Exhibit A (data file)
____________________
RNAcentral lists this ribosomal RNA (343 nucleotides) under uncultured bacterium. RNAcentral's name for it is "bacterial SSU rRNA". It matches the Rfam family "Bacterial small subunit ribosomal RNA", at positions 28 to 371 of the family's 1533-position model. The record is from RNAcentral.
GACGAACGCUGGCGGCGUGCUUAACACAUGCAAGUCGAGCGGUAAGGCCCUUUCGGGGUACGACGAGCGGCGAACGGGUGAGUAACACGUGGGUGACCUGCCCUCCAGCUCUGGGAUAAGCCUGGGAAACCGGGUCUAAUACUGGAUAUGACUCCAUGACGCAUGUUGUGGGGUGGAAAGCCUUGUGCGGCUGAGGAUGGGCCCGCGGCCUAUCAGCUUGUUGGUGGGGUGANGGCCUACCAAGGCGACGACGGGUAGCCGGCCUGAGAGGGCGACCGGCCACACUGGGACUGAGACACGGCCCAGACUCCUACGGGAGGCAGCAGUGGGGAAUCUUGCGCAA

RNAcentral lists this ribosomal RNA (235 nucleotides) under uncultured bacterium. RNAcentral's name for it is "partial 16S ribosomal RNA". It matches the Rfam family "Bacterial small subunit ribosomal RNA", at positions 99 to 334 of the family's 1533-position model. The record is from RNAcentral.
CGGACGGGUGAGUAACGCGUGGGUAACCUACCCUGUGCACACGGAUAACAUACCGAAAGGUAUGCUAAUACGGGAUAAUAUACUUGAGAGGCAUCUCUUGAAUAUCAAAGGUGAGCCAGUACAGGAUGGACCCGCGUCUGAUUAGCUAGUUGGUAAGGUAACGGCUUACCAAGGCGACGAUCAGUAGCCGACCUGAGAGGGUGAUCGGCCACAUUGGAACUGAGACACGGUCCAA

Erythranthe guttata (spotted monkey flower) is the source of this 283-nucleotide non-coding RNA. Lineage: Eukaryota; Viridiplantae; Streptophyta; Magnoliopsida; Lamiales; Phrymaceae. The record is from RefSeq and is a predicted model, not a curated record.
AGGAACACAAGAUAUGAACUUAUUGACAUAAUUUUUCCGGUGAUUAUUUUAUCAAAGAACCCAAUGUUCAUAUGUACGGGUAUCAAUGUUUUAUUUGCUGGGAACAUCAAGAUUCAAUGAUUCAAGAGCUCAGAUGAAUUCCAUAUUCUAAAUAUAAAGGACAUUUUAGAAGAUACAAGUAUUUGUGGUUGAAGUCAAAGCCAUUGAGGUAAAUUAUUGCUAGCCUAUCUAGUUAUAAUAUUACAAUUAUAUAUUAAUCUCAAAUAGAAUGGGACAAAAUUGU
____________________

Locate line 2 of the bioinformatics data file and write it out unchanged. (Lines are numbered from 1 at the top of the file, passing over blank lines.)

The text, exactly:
GACGAACGCUGGCGGCGUGCUUAACACAUGCAAGUCGAGCGGUAAGGCCCUUUCGGGGUACGACGAGCGGCGAACGGGUGAGUAACACGUGGGUGACCUGCCCUCCAGCUCUGGGAUAAGCCUGGGAAACCGGGUCUAAUACUGGAUAUGACUCCAUGACGCAUGUUGUGGGGUGGAAAGCCUUGUGCGGCUGAGGAUGGGCCCGCGGCCUAUCAGCUUGUUGGUGGGGUGANGGCCUACCAAGGCGACGACGGGUAGCCGGCCUGAGAGGGCGACCGGCCACACUGGGACUGAGACACGGCCCAGACUCCUACGGGAGGCAGCAGUGGGGAAUCUUGCGCAA